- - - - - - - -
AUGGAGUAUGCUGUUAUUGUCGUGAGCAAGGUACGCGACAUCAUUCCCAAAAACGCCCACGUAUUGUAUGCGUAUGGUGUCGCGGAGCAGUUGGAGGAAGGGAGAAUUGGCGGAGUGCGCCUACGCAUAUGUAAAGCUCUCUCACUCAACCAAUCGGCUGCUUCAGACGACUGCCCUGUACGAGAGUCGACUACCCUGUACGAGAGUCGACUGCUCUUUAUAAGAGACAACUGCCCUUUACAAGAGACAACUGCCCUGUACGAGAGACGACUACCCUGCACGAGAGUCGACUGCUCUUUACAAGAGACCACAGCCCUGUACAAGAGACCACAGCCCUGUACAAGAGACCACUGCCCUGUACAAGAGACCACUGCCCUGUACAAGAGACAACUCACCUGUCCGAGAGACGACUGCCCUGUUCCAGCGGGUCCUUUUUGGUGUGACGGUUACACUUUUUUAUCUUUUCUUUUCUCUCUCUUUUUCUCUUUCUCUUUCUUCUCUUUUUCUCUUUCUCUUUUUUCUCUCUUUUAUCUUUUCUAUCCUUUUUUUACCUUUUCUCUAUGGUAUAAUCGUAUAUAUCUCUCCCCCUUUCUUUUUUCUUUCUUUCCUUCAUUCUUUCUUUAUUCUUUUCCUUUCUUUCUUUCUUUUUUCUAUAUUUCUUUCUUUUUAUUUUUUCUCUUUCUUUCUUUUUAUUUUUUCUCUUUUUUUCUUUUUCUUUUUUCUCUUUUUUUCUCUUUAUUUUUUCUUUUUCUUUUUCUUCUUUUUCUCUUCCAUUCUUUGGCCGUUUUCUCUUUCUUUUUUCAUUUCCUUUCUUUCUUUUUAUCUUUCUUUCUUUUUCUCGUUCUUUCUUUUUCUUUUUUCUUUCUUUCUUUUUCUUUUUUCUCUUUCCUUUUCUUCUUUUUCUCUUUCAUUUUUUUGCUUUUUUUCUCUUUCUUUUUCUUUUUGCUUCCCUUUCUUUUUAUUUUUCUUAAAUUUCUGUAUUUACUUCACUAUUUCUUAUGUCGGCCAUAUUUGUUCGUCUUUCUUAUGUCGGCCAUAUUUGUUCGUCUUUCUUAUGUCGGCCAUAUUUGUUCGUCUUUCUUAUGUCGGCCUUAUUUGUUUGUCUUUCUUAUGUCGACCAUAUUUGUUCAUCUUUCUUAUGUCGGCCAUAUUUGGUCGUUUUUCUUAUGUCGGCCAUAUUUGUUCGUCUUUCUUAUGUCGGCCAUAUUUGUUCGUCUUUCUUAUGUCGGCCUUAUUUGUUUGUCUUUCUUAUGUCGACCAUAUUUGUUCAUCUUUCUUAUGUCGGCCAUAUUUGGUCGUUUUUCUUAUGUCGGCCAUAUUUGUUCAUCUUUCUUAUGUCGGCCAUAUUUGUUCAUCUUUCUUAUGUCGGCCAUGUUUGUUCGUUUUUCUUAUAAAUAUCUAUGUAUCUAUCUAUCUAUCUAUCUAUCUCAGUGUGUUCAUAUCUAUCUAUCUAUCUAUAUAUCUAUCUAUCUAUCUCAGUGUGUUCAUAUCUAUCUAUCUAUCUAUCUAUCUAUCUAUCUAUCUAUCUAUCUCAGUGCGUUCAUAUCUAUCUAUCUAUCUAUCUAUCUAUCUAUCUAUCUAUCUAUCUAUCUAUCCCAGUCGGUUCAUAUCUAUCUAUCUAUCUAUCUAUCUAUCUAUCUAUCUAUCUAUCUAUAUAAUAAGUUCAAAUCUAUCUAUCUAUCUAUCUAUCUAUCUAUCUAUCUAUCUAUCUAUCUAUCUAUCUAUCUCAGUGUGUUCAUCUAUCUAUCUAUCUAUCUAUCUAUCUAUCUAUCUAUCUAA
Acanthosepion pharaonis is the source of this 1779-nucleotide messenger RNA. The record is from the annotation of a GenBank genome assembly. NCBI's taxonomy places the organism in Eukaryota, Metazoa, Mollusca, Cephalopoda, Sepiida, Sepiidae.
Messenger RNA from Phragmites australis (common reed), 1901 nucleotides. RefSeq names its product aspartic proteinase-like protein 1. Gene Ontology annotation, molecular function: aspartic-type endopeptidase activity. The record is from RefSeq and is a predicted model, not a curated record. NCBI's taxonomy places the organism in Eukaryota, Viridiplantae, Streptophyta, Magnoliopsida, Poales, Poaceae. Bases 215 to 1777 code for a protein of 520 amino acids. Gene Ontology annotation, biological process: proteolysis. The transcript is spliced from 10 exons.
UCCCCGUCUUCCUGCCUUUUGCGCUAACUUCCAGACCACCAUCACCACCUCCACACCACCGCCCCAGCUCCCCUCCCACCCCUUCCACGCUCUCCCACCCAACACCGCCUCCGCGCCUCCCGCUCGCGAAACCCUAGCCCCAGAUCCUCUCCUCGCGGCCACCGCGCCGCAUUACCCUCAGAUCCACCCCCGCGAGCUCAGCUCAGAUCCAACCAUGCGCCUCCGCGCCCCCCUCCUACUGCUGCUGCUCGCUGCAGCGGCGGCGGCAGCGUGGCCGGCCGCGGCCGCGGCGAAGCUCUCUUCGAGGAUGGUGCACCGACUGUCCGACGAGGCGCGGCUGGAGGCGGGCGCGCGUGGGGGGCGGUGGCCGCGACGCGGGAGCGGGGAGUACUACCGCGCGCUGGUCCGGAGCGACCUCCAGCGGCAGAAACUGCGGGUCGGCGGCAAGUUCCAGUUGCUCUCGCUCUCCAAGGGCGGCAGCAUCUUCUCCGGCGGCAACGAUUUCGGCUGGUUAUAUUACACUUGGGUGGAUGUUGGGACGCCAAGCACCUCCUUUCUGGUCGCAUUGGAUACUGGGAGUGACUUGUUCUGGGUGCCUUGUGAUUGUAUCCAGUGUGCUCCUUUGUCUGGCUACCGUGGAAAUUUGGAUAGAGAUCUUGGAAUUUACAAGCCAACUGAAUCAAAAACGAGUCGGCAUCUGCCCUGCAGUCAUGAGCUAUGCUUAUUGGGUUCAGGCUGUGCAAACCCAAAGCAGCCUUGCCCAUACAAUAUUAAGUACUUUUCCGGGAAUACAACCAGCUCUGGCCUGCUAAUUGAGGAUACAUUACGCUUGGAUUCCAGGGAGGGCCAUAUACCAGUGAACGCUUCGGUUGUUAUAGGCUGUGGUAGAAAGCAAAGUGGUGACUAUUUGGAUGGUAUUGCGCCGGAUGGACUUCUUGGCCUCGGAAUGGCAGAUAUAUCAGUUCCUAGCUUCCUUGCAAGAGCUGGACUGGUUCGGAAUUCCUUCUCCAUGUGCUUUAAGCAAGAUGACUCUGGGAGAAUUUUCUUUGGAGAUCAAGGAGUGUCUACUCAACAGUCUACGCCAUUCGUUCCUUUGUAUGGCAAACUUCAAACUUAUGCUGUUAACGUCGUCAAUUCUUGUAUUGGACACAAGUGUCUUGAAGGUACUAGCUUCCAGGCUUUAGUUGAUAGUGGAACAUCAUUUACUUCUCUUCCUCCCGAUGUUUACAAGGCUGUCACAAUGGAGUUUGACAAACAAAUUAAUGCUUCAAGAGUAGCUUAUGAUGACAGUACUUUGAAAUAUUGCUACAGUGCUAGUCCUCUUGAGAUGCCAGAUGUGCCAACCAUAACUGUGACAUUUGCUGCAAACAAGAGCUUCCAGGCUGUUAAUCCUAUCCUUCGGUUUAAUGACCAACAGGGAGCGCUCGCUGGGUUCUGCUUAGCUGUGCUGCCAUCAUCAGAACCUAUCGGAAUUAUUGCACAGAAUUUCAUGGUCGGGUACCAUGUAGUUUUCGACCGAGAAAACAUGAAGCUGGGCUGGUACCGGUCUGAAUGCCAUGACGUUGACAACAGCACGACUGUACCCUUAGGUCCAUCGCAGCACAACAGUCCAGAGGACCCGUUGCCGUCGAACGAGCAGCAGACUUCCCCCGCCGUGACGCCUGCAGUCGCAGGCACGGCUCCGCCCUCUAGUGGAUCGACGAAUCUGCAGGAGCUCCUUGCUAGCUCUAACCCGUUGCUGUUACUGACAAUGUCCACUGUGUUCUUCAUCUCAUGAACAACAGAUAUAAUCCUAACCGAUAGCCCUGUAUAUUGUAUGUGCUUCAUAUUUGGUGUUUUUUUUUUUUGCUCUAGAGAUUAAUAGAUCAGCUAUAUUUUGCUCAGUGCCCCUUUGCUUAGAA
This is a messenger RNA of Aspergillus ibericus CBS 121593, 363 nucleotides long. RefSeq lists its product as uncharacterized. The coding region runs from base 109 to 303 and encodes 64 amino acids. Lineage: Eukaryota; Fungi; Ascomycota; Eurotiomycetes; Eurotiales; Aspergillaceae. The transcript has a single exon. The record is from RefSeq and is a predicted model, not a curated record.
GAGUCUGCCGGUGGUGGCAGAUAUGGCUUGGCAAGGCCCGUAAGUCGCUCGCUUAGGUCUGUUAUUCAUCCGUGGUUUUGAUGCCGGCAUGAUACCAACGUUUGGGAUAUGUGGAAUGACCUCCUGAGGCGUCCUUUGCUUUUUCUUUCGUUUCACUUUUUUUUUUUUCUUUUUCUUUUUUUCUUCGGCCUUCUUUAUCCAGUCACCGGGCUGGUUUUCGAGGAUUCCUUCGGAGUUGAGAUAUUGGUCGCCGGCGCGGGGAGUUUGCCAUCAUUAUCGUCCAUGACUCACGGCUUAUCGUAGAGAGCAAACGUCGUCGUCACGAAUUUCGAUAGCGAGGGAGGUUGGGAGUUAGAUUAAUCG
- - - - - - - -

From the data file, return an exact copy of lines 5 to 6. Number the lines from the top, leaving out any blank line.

This is a messenger RNA of Aspergillus ibericus CBS 121593, 363 nucleotides long. RefSeq lists its product as uncharacterized. The coding region runs from base 109 to 303 and encodes 64 amino acids. Lineage: Eukaryota; Fungi; Ascomycota; Eurotiomycetes; Eurotiales; Aspergillaceae. The transcript has a single exon. The record is from RefSeq and is a predicted model, not a curated record.
GAGUCUGCCGGUGGUGGCAGAUAUGGCUUGGCAAGGCCCGUAAGUCGCUCGCUUAGGUCUGUUAUUCAUCCGUGGUUUUGAUGCCGGCAUGAUACCAACGUUUGGGAUAUGUGGAAUGACCUCCUGAGGCGUCCUUUGCUUUUUCUUUCGUUUCACUUUUUUUUUUUUCUUUUUCUUUUUUUCUUCGGCCUUCUUUAUCCAGUCACCGGGCUGGUUUUCGAGGAUUCCUUCGGAGUUGAGAUAUUGGUCGCCGGCGCGGGGAGUUUGCCAUCAUUAUCGUCCAUGACUCACGGCUUAUCGUAGAGAGCAAACGUCGUCGUCACGAAUUUCGAUAGCGAGGGAGGUUGGGAGUUAGAUUAAUCG